The boss of Britain’s largest airport has welcomed the news that travellers arriving in England from around 72 countries and overseas territories will no longer need to self-isolate from two weeks as the UK recovers from its coronavirus pandemic.
The new rules, which include 58 foreign countries and 14 British Overseas Territories, apply to people arriving by air, sea or train to England. Passengers will still be required to provide contact information on arrival.
The easing of measures will come as a relief to those working in the travel and tourism sectors. The UK’s largest airport, Heathrow, which saw 80.8 million passengers pass through it last year, has been devastated by the pandemic. It saw passenger numbers plunge by 97 per cent in the second quarter of this year, compared with the same period last year.
Although the list of countries exempt from quarantine measures includes popular tourist hotspots such as France and Spain, there are many countries intentionally left off the list, including Brazil, Iran, Russia and the United States. Almost all of the countries excluded continue to be badly hit by the Covid-19 pandemic. There are also countries on the list – including Australia and New Zealand – that are not allowing travellers to come in.
Wales and Northern Ireland have adopted the same approach as the UK government but Scotland will still require travellers from Spain and some other countries on the English list to quarantine on arrival.
Scottish First Minister Nicola Sturgeon said data from the British government showed that the virus infects 330 per 100,000 people in Spain, compared with only 28 per 100,000 in Scotland. The Scottish list only includes 38 countries.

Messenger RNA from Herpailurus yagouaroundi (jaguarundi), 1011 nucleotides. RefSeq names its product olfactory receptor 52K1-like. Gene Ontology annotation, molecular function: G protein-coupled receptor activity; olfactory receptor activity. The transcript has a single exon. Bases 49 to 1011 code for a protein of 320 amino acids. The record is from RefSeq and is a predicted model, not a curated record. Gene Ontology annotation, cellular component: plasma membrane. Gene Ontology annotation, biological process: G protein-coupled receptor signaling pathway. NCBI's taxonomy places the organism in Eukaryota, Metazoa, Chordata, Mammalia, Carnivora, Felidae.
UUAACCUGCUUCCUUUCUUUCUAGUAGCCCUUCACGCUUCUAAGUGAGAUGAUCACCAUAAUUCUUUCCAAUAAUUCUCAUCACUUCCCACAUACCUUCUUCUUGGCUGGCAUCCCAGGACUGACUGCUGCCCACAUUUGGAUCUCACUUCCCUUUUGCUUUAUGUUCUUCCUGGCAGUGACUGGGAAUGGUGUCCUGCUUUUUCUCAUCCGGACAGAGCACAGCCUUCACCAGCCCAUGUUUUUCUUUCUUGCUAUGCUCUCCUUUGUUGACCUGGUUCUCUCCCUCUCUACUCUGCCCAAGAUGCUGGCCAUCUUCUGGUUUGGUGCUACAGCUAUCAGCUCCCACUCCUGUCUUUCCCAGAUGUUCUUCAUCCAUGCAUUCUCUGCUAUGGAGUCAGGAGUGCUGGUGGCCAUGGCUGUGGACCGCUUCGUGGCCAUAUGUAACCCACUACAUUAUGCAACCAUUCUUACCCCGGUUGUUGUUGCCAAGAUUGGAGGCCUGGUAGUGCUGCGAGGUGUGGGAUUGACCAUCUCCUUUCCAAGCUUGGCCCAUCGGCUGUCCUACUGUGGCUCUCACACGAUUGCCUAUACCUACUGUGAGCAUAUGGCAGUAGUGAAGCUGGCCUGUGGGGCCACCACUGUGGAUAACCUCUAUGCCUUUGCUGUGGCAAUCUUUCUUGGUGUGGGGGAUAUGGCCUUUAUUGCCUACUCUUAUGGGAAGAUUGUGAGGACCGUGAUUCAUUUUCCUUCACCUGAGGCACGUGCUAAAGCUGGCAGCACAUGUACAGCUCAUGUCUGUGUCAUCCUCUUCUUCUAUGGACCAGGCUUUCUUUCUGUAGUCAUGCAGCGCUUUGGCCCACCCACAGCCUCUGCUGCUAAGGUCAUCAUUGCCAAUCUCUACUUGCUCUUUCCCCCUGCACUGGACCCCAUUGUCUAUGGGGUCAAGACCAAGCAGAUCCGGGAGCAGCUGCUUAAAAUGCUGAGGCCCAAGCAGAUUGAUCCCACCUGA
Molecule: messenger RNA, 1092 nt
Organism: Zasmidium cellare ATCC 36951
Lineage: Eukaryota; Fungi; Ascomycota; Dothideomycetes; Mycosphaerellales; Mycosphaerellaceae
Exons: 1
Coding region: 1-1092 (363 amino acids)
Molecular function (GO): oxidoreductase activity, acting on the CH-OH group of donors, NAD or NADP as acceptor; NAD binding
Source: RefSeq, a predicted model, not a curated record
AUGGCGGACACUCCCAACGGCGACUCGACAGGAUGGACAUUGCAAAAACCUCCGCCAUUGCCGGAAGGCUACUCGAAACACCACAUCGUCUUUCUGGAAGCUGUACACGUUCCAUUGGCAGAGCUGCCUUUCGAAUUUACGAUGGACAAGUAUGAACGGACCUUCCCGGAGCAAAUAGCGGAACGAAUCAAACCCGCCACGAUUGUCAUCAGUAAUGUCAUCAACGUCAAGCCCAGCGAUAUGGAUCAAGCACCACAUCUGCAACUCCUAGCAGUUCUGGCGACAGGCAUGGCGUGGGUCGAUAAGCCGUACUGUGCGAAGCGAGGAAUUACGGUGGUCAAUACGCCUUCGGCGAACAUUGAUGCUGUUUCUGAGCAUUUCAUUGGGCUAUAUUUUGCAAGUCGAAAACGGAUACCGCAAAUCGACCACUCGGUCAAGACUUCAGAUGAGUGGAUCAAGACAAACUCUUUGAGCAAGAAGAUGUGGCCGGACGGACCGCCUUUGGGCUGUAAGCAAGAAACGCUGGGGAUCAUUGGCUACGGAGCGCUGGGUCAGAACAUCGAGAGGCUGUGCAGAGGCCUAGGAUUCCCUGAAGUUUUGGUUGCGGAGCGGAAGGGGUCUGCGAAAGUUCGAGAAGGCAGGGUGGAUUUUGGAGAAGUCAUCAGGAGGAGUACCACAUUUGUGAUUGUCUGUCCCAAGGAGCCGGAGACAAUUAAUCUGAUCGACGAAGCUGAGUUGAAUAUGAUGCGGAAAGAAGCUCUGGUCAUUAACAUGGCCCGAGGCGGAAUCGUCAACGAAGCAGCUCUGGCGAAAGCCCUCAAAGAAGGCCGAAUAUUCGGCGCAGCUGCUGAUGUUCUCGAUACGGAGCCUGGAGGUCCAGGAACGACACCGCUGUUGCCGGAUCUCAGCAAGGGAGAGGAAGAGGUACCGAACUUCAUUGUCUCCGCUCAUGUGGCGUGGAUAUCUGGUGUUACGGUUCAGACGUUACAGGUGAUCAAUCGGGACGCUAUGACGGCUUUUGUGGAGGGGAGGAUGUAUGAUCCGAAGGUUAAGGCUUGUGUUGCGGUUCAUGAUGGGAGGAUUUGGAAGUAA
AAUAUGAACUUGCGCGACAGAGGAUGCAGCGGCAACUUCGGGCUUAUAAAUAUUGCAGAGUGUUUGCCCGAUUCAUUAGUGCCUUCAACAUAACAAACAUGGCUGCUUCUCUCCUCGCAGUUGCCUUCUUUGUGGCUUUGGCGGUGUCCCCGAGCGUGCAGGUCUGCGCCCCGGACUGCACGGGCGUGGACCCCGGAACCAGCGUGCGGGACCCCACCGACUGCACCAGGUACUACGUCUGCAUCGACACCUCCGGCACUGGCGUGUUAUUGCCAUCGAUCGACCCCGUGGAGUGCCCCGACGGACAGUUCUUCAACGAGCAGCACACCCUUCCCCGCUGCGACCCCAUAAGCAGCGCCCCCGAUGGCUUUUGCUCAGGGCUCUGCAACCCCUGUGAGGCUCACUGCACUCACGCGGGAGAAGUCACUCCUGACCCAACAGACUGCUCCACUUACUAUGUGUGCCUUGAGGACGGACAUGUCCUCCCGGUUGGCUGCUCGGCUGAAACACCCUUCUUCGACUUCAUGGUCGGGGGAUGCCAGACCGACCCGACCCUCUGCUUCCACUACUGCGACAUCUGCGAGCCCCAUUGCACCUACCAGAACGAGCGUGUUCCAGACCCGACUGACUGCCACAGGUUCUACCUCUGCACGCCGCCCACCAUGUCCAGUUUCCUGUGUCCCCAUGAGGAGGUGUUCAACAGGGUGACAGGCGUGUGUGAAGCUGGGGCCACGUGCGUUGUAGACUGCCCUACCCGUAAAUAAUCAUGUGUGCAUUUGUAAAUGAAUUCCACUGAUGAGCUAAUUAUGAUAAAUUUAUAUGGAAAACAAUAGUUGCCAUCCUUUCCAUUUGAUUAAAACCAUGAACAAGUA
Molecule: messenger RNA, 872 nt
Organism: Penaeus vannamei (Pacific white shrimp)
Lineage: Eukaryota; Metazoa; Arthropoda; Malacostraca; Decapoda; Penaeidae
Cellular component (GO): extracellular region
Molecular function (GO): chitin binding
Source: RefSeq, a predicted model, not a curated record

After the easing of measures, Heathrow's chief executive, John Holland-Kaye, said travellers from “important trading partners” such as the US shouldn’t have to quarantine on arrival. He said that although America was seen a high risk country nationally, there were areas of it that hadn’t been badly affected by the virus.
He added that coronavirus has dealt “a devastating blow” to the airline sector, leading to many job losses.
“Aviation is not just about people going on holiday from the UK, it is also about our vital trading routes from around the world and 40 per cent of the UK’s exports are flying from Heathrow,” he told Sky News.
“There are some important long-haul markets that aren’t included, places like Canada and Singapore, which are low risk, and we’d like to see those being included in the next review,” Mr Holland-Kaye added.
“We also need to think about how we are going to connect some of our really important trading partners such as the United States, which are high risk as a nation but some parts of the country are low risk.”
The British foreign office continues to advise against taking cruise holidays, after coronavirus outbreaks were found on ships off the coast of Japan and Central America.